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One More Round 10/04/2013

Posted by zoidion in History, Weather.
Tags: , , ,

Twin Cities ephemera: Mid-morning, 10 April, snow coating the ground and roofs visible outside my window. It’s a little hard to believe, this additional round of the white stuff, even though I’ve lived here a long time and seen it before. The techno-weather folks are in essential agreement that a lot more moisture will be falling over the next thirty-six hours: at least six inches here in the Cities, a foot-and-a-half or even more to the southwest—up to one to two inches of water content, bringing a much increased prospect for flooding. Travel conditions are likely to become quite hazardous: Paul Douglas cautions, “Near-blizzard conditions can’t be ruled out in the northern/western suburbs of the Twin Cities by Thursday [the 11th]. . . One of the problems with this storm: very slow forward motion, which will prolong heavy rain, ice and snow, complicating travel, and increasing the potential for impacts to facilities and possible power outages. The center of this unusually intense storm is forecast to reach Ohio by Friday, pushing strong to severe storms into the Northeast by Friday [the 12th].”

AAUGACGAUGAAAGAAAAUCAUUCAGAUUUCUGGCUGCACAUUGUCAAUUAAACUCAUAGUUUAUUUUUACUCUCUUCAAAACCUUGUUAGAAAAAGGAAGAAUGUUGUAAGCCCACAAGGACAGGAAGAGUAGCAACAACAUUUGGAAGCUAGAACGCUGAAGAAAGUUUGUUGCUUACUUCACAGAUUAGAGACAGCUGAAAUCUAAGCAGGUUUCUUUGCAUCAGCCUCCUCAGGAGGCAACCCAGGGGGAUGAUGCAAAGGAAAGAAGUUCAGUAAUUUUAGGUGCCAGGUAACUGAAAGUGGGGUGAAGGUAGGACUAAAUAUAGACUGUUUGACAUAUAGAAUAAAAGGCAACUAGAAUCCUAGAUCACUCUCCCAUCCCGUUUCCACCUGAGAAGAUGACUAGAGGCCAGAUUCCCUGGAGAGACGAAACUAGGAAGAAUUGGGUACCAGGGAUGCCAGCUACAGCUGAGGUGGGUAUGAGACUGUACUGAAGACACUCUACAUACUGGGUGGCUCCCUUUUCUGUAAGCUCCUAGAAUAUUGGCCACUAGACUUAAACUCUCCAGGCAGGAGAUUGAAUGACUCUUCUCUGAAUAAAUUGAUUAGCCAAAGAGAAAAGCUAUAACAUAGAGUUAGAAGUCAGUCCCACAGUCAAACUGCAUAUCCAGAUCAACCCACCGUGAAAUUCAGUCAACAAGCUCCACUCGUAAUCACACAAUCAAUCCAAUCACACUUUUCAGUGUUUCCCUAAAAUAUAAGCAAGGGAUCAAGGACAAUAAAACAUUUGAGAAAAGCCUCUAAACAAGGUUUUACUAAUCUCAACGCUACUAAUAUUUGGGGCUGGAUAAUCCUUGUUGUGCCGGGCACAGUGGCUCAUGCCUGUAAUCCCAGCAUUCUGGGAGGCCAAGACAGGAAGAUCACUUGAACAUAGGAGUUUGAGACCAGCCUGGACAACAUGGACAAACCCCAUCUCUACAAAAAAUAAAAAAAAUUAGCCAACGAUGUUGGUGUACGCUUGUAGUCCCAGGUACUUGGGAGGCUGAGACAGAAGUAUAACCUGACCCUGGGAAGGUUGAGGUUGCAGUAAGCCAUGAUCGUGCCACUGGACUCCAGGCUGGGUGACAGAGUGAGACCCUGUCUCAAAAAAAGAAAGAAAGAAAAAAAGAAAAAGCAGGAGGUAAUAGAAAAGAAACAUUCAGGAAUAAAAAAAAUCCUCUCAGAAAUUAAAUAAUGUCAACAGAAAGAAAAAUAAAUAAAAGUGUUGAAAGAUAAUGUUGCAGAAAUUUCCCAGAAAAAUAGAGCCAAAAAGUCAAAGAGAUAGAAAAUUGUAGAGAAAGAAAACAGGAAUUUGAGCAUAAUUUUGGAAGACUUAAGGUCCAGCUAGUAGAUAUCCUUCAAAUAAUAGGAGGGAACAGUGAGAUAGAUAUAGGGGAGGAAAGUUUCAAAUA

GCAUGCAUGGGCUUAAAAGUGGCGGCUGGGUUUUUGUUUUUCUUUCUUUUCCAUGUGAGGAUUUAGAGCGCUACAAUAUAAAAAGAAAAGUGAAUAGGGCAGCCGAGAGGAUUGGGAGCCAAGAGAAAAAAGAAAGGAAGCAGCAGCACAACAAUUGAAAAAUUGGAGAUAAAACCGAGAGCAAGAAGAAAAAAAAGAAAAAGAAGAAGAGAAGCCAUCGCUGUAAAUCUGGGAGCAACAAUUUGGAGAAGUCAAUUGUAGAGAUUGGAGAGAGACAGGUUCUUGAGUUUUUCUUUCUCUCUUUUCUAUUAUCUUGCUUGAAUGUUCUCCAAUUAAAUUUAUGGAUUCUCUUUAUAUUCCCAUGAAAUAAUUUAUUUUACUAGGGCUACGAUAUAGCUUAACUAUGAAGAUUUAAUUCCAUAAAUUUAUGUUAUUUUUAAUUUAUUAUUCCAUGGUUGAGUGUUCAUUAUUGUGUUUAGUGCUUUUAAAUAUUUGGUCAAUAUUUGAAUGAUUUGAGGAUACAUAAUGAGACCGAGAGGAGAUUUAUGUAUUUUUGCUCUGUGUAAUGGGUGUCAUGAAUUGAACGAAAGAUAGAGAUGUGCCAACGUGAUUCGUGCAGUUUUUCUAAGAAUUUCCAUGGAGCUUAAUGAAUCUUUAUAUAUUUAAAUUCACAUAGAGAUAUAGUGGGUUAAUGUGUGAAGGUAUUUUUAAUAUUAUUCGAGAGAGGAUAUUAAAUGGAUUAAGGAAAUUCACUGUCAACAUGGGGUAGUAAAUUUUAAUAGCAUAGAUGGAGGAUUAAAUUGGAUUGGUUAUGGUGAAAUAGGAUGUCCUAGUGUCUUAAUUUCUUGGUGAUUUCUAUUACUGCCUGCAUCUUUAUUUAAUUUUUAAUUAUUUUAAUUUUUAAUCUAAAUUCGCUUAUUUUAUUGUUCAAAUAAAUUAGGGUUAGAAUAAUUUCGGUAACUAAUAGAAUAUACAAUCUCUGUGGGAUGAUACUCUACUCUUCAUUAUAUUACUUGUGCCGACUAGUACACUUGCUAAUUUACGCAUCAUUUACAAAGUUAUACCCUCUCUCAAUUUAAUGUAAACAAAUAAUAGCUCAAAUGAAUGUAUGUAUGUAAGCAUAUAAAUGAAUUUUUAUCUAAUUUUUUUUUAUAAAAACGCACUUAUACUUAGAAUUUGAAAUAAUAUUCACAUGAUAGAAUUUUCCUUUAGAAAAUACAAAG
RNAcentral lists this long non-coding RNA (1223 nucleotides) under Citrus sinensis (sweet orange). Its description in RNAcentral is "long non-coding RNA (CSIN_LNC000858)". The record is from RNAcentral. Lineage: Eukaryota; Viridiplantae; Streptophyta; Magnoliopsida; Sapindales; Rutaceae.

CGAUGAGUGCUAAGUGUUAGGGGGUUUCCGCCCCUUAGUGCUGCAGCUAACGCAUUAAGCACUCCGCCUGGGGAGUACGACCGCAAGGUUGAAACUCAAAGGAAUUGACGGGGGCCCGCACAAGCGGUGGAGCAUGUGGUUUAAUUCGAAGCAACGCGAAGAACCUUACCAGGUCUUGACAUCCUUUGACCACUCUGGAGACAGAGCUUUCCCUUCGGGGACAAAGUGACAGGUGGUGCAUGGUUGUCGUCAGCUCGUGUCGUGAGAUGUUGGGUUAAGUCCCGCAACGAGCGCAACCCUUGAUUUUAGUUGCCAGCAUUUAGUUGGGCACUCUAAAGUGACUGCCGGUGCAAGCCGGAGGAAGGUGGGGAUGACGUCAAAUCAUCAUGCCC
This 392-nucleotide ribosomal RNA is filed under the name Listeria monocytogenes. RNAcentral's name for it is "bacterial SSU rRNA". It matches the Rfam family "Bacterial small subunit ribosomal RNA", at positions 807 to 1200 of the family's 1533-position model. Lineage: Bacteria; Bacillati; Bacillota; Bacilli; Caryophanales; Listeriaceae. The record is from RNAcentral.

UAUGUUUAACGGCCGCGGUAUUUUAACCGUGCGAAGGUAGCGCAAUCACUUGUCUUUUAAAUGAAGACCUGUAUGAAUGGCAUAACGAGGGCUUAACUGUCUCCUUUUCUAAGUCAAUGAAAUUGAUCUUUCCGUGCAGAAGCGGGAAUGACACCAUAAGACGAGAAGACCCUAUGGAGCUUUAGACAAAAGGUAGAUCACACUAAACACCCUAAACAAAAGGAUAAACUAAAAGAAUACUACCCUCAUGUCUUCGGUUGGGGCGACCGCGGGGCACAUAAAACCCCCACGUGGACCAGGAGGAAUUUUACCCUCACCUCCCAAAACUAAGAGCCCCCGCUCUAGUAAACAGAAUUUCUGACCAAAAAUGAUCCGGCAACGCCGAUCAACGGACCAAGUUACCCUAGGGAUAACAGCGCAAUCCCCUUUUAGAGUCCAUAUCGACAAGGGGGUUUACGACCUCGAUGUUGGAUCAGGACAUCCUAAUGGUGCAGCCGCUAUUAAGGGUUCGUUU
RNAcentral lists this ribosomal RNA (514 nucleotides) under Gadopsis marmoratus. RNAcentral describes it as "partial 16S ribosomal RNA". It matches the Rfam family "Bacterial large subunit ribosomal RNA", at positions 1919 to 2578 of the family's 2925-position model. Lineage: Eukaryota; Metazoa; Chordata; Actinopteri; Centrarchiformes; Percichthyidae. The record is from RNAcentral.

Yikes. I’ve been, even if a bit reluctantly, ready for spring, for planting. Somehow it just doesn’t seem right, despite my informed expectation of at least a chilly spring.

I grabbed the glorious sunny days of last week to tackle the big load of wood on the ground after having that tall silver maple cut. Lacking access to a biochar burner, the small stuff has mostly been already bundled up for the city crew to pick up. (I’m not sure what happens to it—I really oughta find out.) The bigger logs and branches are now all sorted and piled up, and I’m ready to start using some of them—underground.

On the 4th—the last of the stretch of sunny days—I spent the day on the road with my friend J for a look at some of the land, towns and waterways to the south. First stop was Northfield on the Cannon River, a two-college town with a lovely old two-block main street and scene of the renowned 1876 bank raid by the James-Younger gang out of Missouri; one can still see bullet pockmarks in the stone of what is now the historical society building. The river flow was impressive, but down from the high-water mark on the 30th.

And about that river: There ought to be a campaign to change the name. There’s no record of any battle involving cannon in that area. But according to Where the Waters Gather and the Rivers Meet: An Atlas of the Eastern Sioux, by Paul Durand, “The present name is a corruption of the French name ‘Riviere aux Canots’ (canoes) as traders and buffalo hunters often hid their canoes in the swampy mouth of this river.” The Dakota name is musical: In-yan Bo-sda-ta.

As we passed into the bluff country, I noted many swift-running streams of snowmelt—precious moisture running off the still-frozen dry land. But all that cold water was making small impact on the ice of Lake Pepin, a partly-dammed stretch of the Mississippi.